“If the statements are a bit more friendly or a bit more sarcastic, people might be more willing to listen to them and remember them.”

– Ashley Hairston Doughty, Artist

Project team

  • Ashley Hairston Doughty, Artist
  • Mark Salinas, Public Art Consultant
  • David Swallow, Deputy Chief Executive Officer at RTC
  • Brij Gulati, Director Capital Projects at RTC
  • Catherine Lu, Government Affairs, Media Relations and Marketing Manager at RTC
  • Wycliffe Mudambi, Manager Fixed Route Services at RTC

The results

While the signage was just installed at the end of October, the hope is that it will help encourage people at the Bonneville Transit Center to wear their masks properly (pulled up over their noses) and keep at least six feet from one another. Moreover, Doughty hopes that the signs make people realize that “by following these protocols, we are keeping each other safe.”

For transit agencies around the country seeking to launch similar messaging initiatives, consider the following reflections from RTC and Doughty’s work:

Be deliberate about where you place your signage.
Through a series of in-person site visits, accompanied by the contracted vinyl specialists, Doughty and RTC deliberately selected certain locations to place the signage. For example, they took into consideration where people arrive at the station, where they board the buses, and where they sit and relax. Doughty shared that if people are coming off the bus they’ll mostly encounter vertical elements, whereas if they are sitting and relaxing in the plaza area they’ll find more signage on the ground. 

Image of a person walking out of Bonneville Transit Center.
Columns outside Bonneville Transit Center feature signs encouraging people to stay two arms apart. Photo credit: Mikayla Whitmore.

“In order to implement the project effectively, placement of the artwork is critical.  We organized site visits with various staff and the artist to discuss different onsite locations and different perspectives.” – Brij Gulati, Director Capital Projects at RTC

Use friendly language to improve compliance with COVID safety protocols.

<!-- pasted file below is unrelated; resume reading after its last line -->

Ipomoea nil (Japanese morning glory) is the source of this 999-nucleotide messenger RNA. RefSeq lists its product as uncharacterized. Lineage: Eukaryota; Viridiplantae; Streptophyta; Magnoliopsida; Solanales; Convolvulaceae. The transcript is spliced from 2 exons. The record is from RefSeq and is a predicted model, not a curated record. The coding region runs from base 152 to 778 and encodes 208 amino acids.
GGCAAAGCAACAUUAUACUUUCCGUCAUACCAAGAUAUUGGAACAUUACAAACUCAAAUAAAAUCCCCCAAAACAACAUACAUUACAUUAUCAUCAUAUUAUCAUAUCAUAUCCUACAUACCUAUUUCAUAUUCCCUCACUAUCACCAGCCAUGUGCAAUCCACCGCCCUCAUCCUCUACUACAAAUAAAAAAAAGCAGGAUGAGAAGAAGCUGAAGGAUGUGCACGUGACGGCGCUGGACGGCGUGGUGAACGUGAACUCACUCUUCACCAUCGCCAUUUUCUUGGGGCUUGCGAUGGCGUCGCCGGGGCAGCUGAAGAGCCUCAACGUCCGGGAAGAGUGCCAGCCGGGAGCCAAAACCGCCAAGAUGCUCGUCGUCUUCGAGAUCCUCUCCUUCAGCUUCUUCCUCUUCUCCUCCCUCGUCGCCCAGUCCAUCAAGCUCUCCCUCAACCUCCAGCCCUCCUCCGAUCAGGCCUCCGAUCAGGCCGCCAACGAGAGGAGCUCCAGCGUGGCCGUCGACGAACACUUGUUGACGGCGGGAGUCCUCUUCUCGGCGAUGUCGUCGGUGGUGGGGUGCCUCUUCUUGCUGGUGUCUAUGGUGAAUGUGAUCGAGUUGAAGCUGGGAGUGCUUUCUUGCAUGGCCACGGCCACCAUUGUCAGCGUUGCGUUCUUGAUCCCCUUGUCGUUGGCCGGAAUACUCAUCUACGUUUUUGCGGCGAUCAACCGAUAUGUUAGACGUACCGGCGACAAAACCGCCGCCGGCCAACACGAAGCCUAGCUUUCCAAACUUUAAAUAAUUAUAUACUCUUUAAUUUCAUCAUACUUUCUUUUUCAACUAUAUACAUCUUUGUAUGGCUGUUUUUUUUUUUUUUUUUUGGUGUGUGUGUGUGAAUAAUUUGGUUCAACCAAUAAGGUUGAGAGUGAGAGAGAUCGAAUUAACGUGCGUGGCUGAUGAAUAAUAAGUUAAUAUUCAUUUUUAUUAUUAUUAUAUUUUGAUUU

Doughty’s approach of using friendly, informal language intentionally contrasts with standard COVID protocol messaging. The goal is that by using friendly messaging—informed by people who use the Bonneville Transit Center everyday and live in Las Vegas—people find it more relatable and are more likely to comply with COVID safety guidance.

Image of people gathering at a seating area outside of Bonneville Transit Center. Vinyl signage in the seating area includes small blue icons with symbols of buses, people, and footprints and a larger sign that reads “Dude, where is your mask?” and below in smaller font “Masks keep you and others safe.”
People gather at the seating area outside of Bonneville Transit Center featuring a variety of new signage. Photo credit: Mikayla Whitmore.

Explore material options early. 
For projects with short timelines, Doughty recommends exploring project material options early in the process and seeking out price estimates before even beginning the design process. After deciding on materials and vendors, she suggests working closely with them, as their expertise can help save time in terms of sizing and location selection. This is especially important when working in an environment as harsh as Las Vegas, with its strong, color-fading sun. For this project, Doughty used vinyl for its long-term durability and ability to adhere to various surfaces including concrete and glass without creating a trip hazard or obstructing the ADA accessibility of the station.

Image of Bonneville Transit Center at nightime. Vertical columns display messaging telling people to stay two arms apart.
Bonneville Transit Center at nightime. Person waits near columns displaying messaging encouraging people to maintain distance. Photo credit: Mikayla Whitmore.
Creative Placemaking Uncategorized